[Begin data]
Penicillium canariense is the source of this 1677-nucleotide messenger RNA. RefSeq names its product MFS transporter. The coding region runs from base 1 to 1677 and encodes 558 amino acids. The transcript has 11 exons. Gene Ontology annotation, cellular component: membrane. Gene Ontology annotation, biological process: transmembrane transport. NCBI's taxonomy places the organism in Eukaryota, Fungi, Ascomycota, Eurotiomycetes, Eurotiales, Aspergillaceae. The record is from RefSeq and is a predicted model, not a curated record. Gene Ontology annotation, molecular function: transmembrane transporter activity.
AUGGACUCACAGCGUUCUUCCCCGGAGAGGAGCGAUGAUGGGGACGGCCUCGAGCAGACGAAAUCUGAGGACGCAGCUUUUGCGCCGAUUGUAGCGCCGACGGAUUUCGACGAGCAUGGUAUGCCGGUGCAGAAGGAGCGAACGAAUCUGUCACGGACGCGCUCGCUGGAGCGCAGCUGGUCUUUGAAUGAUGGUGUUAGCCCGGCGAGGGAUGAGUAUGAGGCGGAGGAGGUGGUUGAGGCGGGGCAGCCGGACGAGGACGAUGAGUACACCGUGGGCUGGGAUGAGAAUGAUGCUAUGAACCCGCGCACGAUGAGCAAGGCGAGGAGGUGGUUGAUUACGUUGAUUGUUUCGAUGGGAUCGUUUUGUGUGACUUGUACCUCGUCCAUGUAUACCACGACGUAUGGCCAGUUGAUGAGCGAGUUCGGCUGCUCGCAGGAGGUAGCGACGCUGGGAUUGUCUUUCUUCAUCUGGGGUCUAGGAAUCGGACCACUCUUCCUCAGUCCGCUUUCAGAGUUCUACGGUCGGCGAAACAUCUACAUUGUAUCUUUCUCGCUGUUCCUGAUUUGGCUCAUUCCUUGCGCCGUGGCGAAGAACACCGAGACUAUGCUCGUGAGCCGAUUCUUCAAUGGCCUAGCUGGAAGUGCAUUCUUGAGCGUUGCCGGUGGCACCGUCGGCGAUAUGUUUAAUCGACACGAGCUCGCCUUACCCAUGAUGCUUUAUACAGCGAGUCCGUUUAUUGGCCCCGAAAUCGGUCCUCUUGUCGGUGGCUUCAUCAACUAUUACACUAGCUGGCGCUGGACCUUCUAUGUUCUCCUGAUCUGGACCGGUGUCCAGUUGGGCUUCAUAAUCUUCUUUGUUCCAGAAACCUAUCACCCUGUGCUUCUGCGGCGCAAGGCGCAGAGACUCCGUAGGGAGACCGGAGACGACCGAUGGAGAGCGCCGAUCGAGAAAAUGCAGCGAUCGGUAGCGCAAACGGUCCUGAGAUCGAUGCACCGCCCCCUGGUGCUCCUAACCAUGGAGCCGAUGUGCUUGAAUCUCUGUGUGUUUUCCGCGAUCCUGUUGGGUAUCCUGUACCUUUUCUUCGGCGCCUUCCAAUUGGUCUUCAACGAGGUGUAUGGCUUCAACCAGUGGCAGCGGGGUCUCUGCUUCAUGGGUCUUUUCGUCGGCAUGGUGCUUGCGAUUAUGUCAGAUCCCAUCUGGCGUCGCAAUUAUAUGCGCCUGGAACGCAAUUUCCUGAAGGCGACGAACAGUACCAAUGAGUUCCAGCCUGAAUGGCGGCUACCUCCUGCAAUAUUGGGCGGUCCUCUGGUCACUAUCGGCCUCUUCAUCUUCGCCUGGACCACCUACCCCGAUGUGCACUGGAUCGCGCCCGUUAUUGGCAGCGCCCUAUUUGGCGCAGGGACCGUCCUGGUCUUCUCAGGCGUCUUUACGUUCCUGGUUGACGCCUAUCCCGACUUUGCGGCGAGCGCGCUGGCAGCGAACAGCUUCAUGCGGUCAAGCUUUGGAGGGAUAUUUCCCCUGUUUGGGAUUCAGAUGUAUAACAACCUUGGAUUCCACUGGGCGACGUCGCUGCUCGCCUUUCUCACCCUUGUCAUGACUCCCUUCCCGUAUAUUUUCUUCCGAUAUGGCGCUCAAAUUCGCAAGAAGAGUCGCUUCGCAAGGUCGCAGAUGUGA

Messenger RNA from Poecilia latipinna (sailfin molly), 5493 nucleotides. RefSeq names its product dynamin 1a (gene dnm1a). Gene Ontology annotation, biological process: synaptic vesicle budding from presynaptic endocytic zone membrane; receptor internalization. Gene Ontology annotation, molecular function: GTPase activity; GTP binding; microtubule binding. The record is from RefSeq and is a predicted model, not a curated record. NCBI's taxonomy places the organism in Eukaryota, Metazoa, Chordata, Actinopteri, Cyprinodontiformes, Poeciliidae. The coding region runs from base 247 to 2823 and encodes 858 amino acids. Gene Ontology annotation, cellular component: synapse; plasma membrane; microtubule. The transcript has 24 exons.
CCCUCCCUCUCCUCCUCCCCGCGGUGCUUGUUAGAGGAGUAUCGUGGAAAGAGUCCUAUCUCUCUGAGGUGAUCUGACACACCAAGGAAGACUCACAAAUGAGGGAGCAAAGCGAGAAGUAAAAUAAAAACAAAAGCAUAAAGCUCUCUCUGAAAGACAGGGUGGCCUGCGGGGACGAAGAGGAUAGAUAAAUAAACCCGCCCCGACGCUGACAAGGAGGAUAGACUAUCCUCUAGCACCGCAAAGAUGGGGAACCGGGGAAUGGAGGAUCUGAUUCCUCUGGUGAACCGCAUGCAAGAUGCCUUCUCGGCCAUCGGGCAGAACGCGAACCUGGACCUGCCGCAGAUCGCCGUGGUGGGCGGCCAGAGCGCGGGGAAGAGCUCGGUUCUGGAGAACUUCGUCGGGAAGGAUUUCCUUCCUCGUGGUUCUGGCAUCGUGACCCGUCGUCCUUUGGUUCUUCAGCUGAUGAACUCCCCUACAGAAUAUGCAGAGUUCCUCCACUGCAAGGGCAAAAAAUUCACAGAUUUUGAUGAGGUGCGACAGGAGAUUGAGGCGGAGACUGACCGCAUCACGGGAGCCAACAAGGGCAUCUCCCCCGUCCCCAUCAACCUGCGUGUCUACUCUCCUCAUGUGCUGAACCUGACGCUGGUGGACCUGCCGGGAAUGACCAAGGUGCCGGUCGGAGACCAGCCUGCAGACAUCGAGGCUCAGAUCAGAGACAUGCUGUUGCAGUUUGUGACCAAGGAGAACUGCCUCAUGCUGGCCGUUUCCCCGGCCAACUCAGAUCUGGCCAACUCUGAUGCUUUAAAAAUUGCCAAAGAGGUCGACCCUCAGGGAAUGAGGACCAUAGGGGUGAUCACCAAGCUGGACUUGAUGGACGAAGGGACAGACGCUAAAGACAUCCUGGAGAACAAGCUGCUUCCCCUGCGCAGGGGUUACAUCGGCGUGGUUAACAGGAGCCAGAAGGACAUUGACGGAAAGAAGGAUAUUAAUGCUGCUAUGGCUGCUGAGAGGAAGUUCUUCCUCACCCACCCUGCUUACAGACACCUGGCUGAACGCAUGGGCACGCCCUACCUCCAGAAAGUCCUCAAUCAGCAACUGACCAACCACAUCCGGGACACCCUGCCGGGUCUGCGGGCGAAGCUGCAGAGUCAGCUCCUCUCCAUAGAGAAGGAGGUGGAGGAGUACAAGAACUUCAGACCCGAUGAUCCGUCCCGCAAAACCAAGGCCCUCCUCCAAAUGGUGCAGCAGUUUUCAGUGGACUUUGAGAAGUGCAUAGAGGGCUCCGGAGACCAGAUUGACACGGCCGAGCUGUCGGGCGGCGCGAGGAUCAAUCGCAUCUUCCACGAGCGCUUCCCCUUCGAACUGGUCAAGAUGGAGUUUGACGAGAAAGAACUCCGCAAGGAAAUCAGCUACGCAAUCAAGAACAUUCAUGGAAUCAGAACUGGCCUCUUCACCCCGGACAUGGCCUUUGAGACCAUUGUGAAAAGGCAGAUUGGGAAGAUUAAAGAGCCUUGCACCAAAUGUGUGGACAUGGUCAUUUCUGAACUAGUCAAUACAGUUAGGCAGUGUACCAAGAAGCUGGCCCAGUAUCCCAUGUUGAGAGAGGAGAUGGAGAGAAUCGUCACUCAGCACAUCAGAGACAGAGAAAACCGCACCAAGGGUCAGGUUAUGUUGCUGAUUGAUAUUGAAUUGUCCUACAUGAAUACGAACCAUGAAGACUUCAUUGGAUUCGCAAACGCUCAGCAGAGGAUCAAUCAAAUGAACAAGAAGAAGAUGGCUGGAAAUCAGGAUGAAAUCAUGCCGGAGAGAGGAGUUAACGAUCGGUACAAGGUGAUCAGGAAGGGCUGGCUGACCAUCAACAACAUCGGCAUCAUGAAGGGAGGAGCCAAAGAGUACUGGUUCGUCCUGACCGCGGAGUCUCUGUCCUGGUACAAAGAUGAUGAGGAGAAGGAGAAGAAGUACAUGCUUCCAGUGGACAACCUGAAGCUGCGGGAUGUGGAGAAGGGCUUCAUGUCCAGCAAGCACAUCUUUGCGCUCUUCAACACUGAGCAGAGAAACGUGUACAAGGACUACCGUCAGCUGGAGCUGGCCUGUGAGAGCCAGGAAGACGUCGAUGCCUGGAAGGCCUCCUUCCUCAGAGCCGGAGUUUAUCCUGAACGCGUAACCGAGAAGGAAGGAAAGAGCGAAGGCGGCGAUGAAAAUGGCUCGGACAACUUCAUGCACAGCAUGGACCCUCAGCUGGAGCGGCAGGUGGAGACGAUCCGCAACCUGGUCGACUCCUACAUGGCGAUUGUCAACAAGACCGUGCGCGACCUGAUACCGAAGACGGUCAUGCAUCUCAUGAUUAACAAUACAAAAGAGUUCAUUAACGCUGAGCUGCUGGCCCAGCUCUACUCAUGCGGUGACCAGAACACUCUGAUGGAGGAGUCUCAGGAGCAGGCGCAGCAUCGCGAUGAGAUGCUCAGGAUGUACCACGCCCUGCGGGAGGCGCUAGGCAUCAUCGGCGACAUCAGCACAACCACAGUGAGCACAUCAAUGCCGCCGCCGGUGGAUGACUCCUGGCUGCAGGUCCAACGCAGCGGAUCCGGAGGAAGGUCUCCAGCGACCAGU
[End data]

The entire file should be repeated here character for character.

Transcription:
Penicillium canariense is the source of this 1677-nucleotide messenger RNA. RefSeq names its product MFS transporter. The coding region runs from base 1 to 1677 and encodes 558 amino acids. The transcript has 11 exons. Gene Ontology annotation, cellular component: membrane. Gene Ontology annotation, biological process: transmembrane transport. NCBI's taxonomy places the organism in Eukaryota, Fungi, Ascomycota, Eurotiomycetes, Eurotiales, Aspergillaceae. The record is from RefSeq and is a predicted model, not a curated record. Gene Ontology annotation, molecular function: transmembrane transporter activity.
AUGGACUCACAGCGUUCUUCCCCGGAGAGGAGCGAUGAUGGGGACGGCCUCGAGCAGACGAAAUCUGAGGACGCAGCUUUUGCGCCGAUUGUAGCGCCGACGGAUUUCGACGAGCAUGGUAUGCCGGUGCAGAAGGAGCGAACGAAUCUGUCACGGACGCGCUCGCUGGAGCGCAGCUGGUCUUUGAAUGAUGGUGUUAGCCCGGCGAGGGAUGAGUAUGAGGCGGAGGAGGUGGUUGAGGCGGGGCAGCCGGACGAGGACGAUGAGUACACCGUGGGCUGGGAUGAGAAUGAUGCUAUGAACCCGCGCACGAUGAGCAAGGCGAGGAGGUGGUUGAUUACGUUGAUUGUUUCGAUGGGAUCGUUUUGUGUGACUUGUACCUCGUCCAUGUAUACCACGACGUAUGGCCAGUUGAUGAGCGAGUUCGGCUGCUCGCAGGAGGUAGCGACGCUGGGAUUGUCUUUCUUCAUCUGGGGUCUAGGAAUCGGACCACUCUUCCUCAGUCCGCUUUCAGAGUUCUACGGUCGGCGAAACAUCUACAUUGUAUCUUUCUCGCUGUUCCUGAUUUGGCUCAUUCCUUGCGCCGUGGCGAAGAACACCGAGACUAUGCUCGUGAGCCGAUUCUUCAAUGGCCUAGCUGGAAGUGCAUUCUUGAGCGUUGCCGGUGGCACCGUCGGCGAUAUGUUUAAUCGACACGAGCUCGCCUUACCCAUGAUGCUUUAUACAGCGAGUCCGUUUAUUGGCCCCGAAAUCGGUCCUCUUGUCGGUGGCUUCAUCAACUAUUACACUAGCUGGCGCUGGACCUUCUAUGUUCUCCUGAUCUGGACCGGUGUCCAGUUGGGCUUCAUAAUCUUCUUUGUUCCAGAAACCUAUCACCCUGUGCUUCUGCGGCGCAAGGCGCAGAGACUCCGUAGGGAGACCGGAGACGACCGAUGGAGAGCGCCGAUCGAGAAAAUGCAGCGAUCGGUAGCGCAAACGGUCCUGAGAUCGAUGCACCGCCCCCUGGUGCUCCUAACCAUGGAGCCGAUGUGCUUGAAUCUCUGUGUGUUUUCCGCGAUCCUGUUGGGUAUCCUGUACCUUUUCUUCGGCGCCUUCCAAUUGGUCUUCAACGAGGUGUAUGGCUUCAACCAGUGGCAGCGGGGUCUCUGCUUCAUGGGUCUUUUCGUCGGCAUGGUGCUUGCGAUUAUGUCAGAUCCCAUCUGGCGUCGCAAUUAUAUGCGCCUGGAACGCAAUUUCCUGAAGGCGACGAACAGUACCAAUGAGUUCCAGCCUGAAUGGCGGCUACCUCCUGCAAUAUUGGGCGGUCCUCUGGUCACUAUCGGCCUCUUCAUCUUCGCCUGGACCACCUACCCCGAUGUGCACUGGAUCGCGCCCGUUAUUGGCAGCGCCCUAUUUGGCGCAGGGACCGUCCUGGUCUUCUCAGGCGUCUUUACGUUCCUGGUUGACGCCUAUCCCGACUUUGCGGCGAGCGCGCUGGCAGCGAACAGCUUCAUGCGGUCAAGCUUUGGAGGGAUAUUUCCCCUGUUUGGGAUUCAGAUGUAUAACAACCUUGGAUUCCACUGGGCGACGUCGCUGCUCGCCUUUCUCACCCUUGUCAUGACUCCCUUCCCGUAUAUUUUCUUCCGAUAUGGCGCUCAAAUUCGCAAGAAGAGUCGCUUCGCAAGGUCGCAGAUGUGA

Messenger RNA from Poecilia latipinna (sailfin molly), 5493 nucleotides. RefSeq names its product dynamin 1a (gene dnm1a). Gene Ontology annotation, biological process: synaptic vesicle budding from presynaptic endocytic zone membrane; receptor internalization. Gene Ontology annotation, molecular function: GTPase activity; GTP binding; microtubule binding. The record is from RefSeq and is a predicted model, not a curated record. NCBI's taxonomy places the organism in Eukaryota, Metazoa, Chordata, Actinopteri, Cyprinodontiformes, Poeciliidae. The coding region runs from base 247 to 2823 and encodes 858 amino acids. Gene Ontology annotation, cellular component: synapse; plasma membrane; microtubule. The transcript has 24 exons.
CCCUCCCUCUCCUCCUCCCCGCGGUGCUUGUUAGAGGAGUAUCGUGGAAAGAGUCCUAUCUCUCUGAGGUGAUCUGACACACCAAGGAAGACUCACAAAUGAGGGAGCAAAGCGAGAAGUAAAAUAAAAACAAAAGCAUAAAGCUCUCUCUGAAAGACAGGGUGGCCUGCGGGGACGAAGAGGAUAGAUAAAUAAACCCGCCCCGACGCUGACAAGGAGGAUAGACUAUCCUCUAGCACCGCAAAGAUGGGGAACCGGGGAAUGGAGGAUCUGAUUCCUCUGGUGAACCGCAUGCAAGAUGCCUUCUCGGCCAUCGGGCAGAACGCGAACCUGGACCUGCCGCAGAUCGCCGUGGUGGGCGGCCAGAGCGCGGGGAAGAGCUCGGUUCUGGAGAACUUCGUCGGGAAGGAUUUCCUUCCUCGUGGUUCUGGCAUCGUGACCCGUCGUCCUUUGGUUCUUCAGCUGAUGAACUCCCCUACAGAAUAUGCAGAGUUCCUCCACUGCAAGGGCAAAAAAUUCACAGAUUUUGAUGAGGUGCGACAGGAGAUUGAGGCGGAGACUGACCGCAUCACGGGAGCCAACAAGGGCAUCUCCCCCGUCCCCAUCAACCUGCGUGUCUACUCUCCUCAUGUGCUGAACCUGACGCUGGUGGACCUGCCGGGAAUGACCAAGGUGCCGGUCGGAGACCAGCCUGCAGACAUCGAGGCUCAGAUCAGAGACAUGCUGUUGCAGUUUGUGACCAAGGAGAACUGCCUCAUGCUGGCCGUUUCCCCGGCCAACUCAGAUCUGGCCAACUCUGAUGCUUUAAAAAUUGCCAAAGAGGUCGACCCUCAGGGAAUGAGGACCAUAGGGGUGAUCACCAAGCUGGACUUGAUGGACGAAGGGACAGACGCUAAAGACAUCCUGGAGAACAAGCUGCUUCCCCUGCGCAGGGGUUACAUCGGCGUGGUUAACAGGAGCCAGAAGGACAUUGACGGAAAGAAGGAUAUUAAUGCUGCUAUGGCUGCUGAGAGGAAGUUCUUCCUCACCCACCCUGCUUACAGACACCUGGCUGAACGCAUGGGCACGCCCUACCUCCAGAAAGUCCUCAAUCAGCAACUGACCAACCACAUCCGGGACACCCUGCCGGGUCUGCGGGCGAAGCUGCAGAGUCAGCUCCUCUCCAUAGAGAAGGAGGUGGAGGAGUACAAGAACUUCAGACCCGAUGAUCCGUCCCGCAAAACCAAGGCCCUCCUCCAAAUGGUGCAGCAGUUUUCAGUGGACUUUGAGAAGUGCAUAGAGGGCUCCGGAGACCAGAUUGACACGGCCGAGCUGUCGGGCGGCGCGAGGAUCAAUCGCAUCUUCCACGAGCGCUUCCCCUUCGAACUGGUCAAGAUGGAGUUUGACGAGAAAGAACUCCGCAAGGAAAUCAGCUACGCAAUCAAGAACAUUCAUGGAAUCAGAACUGGCCUCUUCACCCCGGACAUGGCCUUUGAGACCAUUGUGAAAAGGCAGAUUGGGAAGAUUAAAGAGCCUUGCACCAAAUGUGUGGACAUGGUCAUUUCUGAACUAGUCAAUACAGUUAGGCAGUGUACCAAGAAGCUGGCCCAGUAUCCCAUGUUGAGAGAGGAGAUGGAGAGAAUCGUCACUCAGCACAUCAGAGACAGAGAAAACCGCACCAAGGGUCAGGUUAUGUUGCUGAUUGAUAUUGAAUUGUCCUACAUGAAUACGAACCAUGAAGACUUCAUUGGAUUCGCAAACGCUCAGCAGAGGAUCAAUCAAAUGAACAAGAAGAAGAUGGCUGGAAAUCAGGAUGAAAUCAUGCCGGAGAGAGGAGUUAACGAUCGGUACAAGGUGAUCAGGAAGGGCUGGCUGACCAUCAACAACAUCGGCAUCAUGAAGGGAGGAGCCAAAGAGUACUGGUUCGUCCUGACCGCGGAGUCUCUGUCCUGGUACAAAGAUGAUGAGGAGAAGGAGAAGAAGUACAUGCUUCCAGUGGACAACCUGAAGCUGCGGGAUGUGGAGAAGGGCUUCAUGUCCAGCAAGCACAUCUUUGCGCUCUUCAACACUGAGCAGAGAAACGUGUACAAGGACUACCGUCAGCUGGAGCUGGCCUGUGAGAGCCAGGAAGACGUCGAUGCCUGGAAGGCCUCCUUCCUCAGAGCCGGAGUUUAUCCUGAACGCGUAACCGAGAAGGAAGGAAAGAGCGAAGGCGGCGAUGAAAAUGGCUCGGACAACUUCAUGCACAGCAUGGACCCUCAGCUGGAGCGGCAGGUGGAGACGAUCCGCAACCUGGUCGACUCCUACAUGGCGAUUGUCAACAAGACCGUGCGCGACCUGAUACCGAAGACGGUCAUGCAUCUCAUGAUUAACAAUACAAAAGAGUUCAUUAACGCUGAGCUGCUGGCCCAGCUCUACUCAUGCGGUGACCAGAACACUCUGAUGGAGGAGUCUCAGGAGCAGGCGCAGCAUCGCGAUGAGAUGCUCAGGAUGUACCACGCCCUGCGGGAGGCGCUAGGCAUCAUCGGCGACAUCAGCACAACCACAGUGAGCACAUCAAUGCCGCCGCCGGUGGAUGACUCCUGGCUGCAGGUCCAACGCAGCGGAUCCGGAGGAAGGUCUCCAGCGACCAGU